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Old September 6, 2012, 05:23 PM   #31
Unclenick
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Join Date: March 4, 2005
Location: Ohio
Posts: 16,752
Have to agree there is some misinterpreting of information going on here that needs clarifying. Mr. Guffey's post makes the point that if you mind your geometric fundamentals, you'll stay out of trouble, but until you have all that clear in your head you can trip yourself up. He also reminds us there is more than one way to skin a cat. That's true of using the commercial gauge tools, too.

Several points to consider. First, if you are using the Hornady gauge and custom case gauge service, the reason they want a fired and un-resized case is because they want the neck loose enough for the bullet to slip in and out of it. They don't want the extra work of having to select and run a mandrel in that expands it. If the case was fired near full pressure in a high power rifle, it will be near the size of the chamber and using it as a gauge will tend to give you the longest COL (or shortest seating depth, whichever way you want to look at it). For that reason, I tend to think this service is mainly a convenience for people who are neck sizing only or who are careful not to bump their shoulders back more than a thousandth or two. Even then, all it does is save them a minor bit of measuring and calculation.

For cases resized more than the above, using that chamber sized case as a gauge can give you long COL (inadequate seating depth). I’ve already described seating to the difference between shoulder and ogive for cases that headspace on their shoulder. There’s a simpler way to skin that cat if you will accept a couple or three thousandths less precision.

As with that difference measurement, it frankly doesn't matter what gauge case you use as long as you know the difference between where it headspaces and where your resized cases headspace. If your cases resize with the headspace 0.005" longer, seating your ogives out 0.005" longer as measured by the bullet comparator (from the base of the head) will give you the same jump to the lands as the gauge case had, and vice versa. This is a couple or three thousandths less precise than the ogive to shoulder datum method owing only to the fact there is often that much variation in the length of cases coming out of a sizing die. But for most reloading it’s a second way to skin the jump control cat and do it well enough. Work as follows:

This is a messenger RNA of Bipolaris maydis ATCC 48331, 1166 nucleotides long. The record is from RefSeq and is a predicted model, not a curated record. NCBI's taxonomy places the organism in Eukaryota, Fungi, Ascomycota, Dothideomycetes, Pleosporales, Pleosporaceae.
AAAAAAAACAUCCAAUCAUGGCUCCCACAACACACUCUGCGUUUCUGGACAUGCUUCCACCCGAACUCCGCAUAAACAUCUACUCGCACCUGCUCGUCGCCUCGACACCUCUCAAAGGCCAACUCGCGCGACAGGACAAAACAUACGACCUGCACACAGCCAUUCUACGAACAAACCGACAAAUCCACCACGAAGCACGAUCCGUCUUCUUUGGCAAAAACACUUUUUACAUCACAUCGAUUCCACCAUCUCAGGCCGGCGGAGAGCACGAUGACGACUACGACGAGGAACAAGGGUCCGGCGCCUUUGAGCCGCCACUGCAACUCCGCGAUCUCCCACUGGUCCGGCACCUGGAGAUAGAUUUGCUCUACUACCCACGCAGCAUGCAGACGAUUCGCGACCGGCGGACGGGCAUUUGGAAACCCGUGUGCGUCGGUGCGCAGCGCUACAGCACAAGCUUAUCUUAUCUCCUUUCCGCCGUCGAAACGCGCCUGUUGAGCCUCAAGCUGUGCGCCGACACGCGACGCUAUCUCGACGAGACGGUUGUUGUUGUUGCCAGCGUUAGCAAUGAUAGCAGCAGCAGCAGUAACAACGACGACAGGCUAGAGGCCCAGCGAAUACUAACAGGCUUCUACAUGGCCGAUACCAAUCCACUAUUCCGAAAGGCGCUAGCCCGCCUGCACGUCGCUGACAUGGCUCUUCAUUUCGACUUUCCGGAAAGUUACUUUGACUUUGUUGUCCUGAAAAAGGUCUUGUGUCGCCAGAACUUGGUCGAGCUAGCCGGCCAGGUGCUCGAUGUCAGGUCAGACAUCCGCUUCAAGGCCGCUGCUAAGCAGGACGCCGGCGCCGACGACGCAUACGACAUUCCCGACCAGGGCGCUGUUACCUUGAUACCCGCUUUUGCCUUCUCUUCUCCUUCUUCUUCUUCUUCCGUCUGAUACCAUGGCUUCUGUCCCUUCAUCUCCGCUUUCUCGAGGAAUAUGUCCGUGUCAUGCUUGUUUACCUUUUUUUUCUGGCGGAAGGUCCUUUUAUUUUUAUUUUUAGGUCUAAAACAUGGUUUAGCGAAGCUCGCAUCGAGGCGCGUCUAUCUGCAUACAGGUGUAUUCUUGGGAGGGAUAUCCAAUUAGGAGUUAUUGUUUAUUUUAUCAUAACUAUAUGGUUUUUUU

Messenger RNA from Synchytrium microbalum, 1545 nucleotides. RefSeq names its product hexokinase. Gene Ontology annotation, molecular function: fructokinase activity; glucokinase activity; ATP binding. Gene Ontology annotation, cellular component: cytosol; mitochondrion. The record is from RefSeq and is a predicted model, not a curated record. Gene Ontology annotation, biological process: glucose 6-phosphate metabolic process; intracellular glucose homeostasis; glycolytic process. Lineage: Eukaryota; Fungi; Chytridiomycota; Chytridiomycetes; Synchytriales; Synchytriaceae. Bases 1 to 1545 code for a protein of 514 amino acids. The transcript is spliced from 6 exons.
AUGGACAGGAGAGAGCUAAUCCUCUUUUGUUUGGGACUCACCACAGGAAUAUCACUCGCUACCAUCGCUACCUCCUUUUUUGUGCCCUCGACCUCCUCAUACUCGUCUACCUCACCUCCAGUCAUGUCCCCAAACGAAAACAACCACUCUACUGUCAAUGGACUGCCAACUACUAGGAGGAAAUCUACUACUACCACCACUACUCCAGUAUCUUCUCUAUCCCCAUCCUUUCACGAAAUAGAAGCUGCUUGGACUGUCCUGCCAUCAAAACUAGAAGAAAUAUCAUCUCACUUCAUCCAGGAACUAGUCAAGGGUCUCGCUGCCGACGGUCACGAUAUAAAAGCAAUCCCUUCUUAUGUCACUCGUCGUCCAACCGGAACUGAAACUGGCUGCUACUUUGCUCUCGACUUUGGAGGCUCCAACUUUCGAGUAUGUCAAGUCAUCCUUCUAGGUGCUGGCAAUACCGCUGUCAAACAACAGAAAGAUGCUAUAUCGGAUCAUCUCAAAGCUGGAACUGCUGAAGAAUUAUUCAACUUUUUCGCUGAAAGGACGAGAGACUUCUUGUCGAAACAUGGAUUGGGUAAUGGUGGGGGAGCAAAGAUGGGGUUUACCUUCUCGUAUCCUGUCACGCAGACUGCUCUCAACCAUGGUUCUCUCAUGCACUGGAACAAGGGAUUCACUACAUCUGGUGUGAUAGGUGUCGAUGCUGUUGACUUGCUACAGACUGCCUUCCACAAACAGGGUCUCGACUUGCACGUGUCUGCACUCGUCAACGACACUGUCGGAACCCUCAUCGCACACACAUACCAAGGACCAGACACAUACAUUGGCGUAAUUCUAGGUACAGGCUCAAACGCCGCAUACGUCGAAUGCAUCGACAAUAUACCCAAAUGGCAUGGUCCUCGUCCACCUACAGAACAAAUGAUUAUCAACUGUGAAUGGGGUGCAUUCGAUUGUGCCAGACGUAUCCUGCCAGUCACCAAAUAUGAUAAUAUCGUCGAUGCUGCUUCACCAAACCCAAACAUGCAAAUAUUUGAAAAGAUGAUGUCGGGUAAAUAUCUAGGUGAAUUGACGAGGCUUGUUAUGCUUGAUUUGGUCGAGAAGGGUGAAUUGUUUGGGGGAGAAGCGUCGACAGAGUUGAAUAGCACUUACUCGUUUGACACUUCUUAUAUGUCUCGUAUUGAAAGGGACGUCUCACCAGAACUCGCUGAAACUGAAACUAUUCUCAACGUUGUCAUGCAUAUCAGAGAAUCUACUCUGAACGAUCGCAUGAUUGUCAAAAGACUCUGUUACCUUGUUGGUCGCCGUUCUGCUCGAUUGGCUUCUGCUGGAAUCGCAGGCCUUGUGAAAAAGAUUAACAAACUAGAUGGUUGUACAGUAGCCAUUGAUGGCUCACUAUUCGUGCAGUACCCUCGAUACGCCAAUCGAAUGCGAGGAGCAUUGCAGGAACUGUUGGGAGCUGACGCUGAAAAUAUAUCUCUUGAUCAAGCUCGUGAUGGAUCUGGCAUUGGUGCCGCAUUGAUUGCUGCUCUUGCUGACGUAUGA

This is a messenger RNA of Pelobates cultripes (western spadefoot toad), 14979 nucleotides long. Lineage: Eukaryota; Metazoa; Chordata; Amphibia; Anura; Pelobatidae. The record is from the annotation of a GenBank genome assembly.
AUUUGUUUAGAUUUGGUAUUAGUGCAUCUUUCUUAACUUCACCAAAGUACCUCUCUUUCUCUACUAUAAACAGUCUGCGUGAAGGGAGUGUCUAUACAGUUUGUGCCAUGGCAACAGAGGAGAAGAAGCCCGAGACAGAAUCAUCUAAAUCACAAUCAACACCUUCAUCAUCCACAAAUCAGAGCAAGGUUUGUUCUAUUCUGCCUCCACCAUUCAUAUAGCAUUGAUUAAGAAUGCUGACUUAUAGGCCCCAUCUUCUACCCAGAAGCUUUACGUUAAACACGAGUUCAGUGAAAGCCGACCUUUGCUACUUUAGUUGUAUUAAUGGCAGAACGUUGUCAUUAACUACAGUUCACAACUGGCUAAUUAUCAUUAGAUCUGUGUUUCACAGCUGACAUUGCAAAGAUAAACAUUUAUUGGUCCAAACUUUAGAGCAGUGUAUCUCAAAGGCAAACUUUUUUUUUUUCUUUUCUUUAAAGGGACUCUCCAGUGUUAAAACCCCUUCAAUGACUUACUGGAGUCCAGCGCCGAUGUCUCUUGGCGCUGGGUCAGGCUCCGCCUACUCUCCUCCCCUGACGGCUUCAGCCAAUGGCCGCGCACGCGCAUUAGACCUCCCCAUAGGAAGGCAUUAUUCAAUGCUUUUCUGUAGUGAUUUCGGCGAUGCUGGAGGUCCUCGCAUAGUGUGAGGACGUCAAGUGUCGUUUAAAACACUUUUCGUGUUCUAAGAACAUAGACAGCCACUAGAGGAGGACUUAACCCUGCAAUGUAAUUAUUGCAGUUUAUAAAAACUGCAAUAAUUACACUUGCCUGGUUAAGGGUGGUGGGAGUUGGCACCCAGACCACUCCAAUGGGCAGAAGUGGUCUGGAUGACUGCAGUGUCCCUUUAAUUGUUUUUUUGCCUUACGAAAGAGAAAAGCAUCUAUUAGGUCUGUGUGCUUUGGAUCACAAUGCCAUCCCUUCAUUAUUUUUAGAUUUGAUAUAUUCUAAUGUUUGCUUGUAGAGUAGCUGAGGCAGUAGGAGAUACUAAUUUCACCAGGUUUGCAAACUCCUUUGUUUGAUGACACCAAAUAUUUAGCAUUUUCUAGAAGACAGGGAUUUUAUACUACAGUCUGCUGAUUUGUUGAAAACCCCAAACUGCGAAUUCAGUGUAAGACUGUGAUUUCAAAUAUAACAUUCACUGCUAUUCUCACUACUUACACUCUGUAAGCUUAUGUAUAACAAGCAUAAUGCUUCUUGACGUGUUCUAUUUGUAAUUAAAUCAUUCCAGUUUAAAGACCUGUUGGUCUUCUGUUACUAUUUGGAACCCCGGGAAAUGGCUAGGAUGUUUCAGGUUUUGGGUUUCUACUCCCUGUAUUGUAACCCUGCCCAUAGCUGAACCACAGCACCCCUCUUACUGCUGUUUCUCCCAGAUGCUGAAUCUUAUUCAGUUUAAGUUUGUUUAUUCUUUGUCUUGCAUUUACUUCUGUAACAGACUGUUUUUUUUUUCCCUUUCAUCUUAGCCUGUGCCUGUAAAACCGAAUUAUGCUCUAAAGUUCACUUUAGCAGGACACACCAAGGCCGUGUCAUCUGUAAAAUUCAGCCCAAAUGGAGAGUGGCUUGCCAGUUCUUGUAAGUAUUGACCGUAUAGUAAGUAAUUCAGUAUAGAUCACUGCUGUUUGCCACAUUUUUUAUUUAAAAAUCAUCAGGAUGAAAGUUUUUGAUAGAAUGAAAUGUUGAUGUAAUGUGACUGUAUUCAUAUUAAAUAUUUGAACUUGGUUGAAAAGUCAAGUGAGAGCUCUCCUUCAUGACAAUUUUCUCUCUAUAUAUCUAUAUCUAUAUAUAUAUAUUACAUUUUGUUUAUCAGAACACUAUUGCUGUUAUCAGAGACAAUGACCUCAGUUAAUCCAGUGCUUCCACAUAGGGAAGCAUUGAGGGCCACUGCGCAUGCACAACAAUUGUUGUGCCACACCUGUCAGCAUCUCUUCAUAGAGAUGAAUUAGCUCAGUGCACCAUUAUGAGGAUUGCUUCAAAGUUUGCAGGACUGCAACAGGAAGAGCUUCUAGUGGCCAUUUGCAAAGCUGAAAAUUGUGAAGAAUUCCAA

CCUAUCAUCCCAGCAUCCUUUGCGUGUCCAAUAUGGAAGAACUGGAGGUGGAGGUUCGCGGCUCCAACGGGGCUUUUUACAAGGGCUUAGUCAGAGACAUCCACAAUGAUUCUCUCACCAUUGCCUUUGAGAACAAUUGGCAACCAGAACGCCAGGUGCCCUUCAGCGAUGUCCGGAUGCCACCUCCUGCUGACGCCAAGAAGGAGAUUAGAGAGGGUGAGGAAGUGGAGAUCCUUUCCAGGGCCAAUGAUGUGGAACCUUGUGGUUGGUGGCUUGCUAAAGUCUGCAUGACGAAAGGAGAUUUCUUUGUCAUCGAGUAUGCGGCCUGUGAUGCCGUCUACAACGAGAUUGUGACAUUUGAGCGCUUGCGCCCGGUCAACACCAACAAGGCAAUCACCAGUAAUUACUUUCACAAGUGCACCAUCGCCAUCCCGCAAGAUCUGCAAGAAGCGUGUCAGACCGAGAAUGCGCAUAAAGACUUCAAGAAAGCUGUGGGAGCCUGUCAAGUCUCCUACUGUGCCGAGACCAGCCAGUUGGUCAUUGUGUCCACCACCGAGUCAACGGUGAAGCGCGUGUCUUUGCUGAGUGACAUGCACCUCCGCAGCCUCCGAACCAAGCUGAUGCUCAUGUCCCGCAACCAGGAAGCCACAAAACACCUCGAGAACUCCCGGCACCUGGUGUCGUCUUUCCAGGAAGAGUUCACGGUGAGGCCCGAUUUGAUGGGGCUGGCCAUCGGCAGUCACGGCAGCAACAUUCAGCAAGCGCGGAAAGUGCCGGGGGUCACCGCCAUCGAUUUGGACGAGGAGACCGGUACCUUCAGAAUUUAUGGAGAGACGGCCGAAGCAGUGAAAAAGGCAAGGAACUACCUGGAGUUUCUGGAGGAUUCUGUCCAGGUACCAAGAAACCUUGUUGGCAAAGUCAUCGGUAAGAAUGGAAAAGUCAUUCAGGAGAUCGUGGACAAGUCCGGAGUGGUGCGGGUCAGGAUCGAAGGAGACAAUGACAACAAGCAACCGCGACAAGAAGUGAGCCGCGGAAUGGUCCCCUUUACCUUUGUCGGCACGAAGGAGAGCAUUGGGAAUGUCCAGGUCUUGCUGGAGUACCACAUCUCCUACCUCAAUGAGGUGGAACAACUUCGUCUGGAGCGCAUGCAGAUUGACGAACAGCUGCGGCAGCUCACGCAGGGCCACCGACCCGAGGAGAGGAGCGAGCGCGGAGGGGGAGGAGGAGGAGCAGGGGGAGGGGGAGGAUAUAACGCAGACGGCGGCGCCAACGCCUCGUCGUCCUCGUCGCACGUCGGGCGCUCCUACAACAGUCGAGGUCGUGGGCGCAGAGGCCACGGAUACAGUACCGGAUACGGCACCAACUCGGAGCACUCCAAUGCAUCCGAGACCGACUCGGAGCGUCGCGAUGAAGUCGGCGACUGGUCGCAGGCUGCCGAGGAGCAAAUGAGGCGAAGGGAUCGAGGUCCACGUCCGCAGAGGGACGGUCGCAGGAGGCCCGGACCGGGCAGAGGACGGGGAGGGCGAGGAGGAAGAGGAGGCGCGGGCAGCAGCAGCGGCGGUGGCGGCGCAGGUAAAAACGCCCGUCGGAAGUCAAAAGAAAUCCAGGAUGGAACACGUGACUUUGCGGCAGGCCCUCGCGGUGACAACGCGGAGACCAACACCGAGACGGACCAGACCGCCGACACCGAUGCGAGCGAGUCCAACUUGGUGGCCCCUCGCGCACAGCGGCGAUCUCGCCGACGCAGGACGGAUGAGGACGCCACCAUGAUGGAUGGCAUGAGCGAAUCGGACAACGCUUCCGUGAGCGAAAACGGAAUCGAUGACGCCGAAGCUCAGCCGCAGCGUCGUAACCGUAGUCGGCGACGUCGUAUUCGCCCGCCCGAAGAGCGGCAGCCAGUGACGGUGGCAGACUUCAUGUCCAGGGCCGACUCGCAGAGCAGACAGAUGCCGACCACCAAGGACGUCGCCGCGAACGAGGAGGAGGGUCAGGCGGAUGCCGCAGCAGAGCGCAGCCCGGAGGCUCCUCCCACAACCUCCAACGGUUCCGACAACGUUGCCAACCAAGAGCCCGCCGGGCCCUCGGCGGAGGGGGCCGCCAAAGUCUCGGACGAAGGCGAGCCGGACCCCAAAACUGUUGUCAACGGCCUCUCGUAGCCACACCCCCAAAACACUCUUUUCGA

1. Resize a bunch of cases.
  2. Measure the headspace datum distance from the back of the case head of at least fifteen (thirty is better) randomly selected ones.
  3. Average the results.
  4. Measure the headspace datum distance on your Hornady gauge case.
  5. Subtract the Hornady gauge headspace measurement from the average for your resized cases.
  6. Add the result to the bullet comparator length measurement you got using the Hornady gauge case.
Pay attention to the number sign doing this. If your cases are resized shorter than the Hornady gauge case, then you will have negative numbers, meaning you must seat that much shorter by the bullet comparator readings.

Note that above I referenced measuring headspace. The .300 Win Mag is designed to headspace on the belt. If you are carefully bumping shoulders back by small enough amounts that you actually headspace on the shoulder, then what goes for other cartridges that headspace on the shoulder will apply to it. But if you set the shoulder back far enough that you are actually headspacing on the belt, then two differences apply. One is that you need to measure headspace to the top end of the belt from the case head to get the comparison to the Hornady gauge case. The other is that once you have set the shoulder back far enough to start headspacing on the belt, setting it back still further won’t change the bullet comparator reading you want to use because it’s no longer affecting how far forward the neck can move in the chamber. The belt is then controlling that.

Just to clarify something mentioned earlier, a VLD's ogive is longer between the bullet tip and the place the ogive meets the throat than a normal bullet's is. It is therefore normal for VLD's to have longer-than-normal COL's when the ogive is the same distance off the lands as a standard spritzer nose it. That said, in many guns the Berger secant ogive VLD's like more jump to the lands than the more common tangent ogive bullets do. See this on seating them.
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Last edited by Unclenick; September 7, 2012 at 09:02 AM. Reason: typo fix
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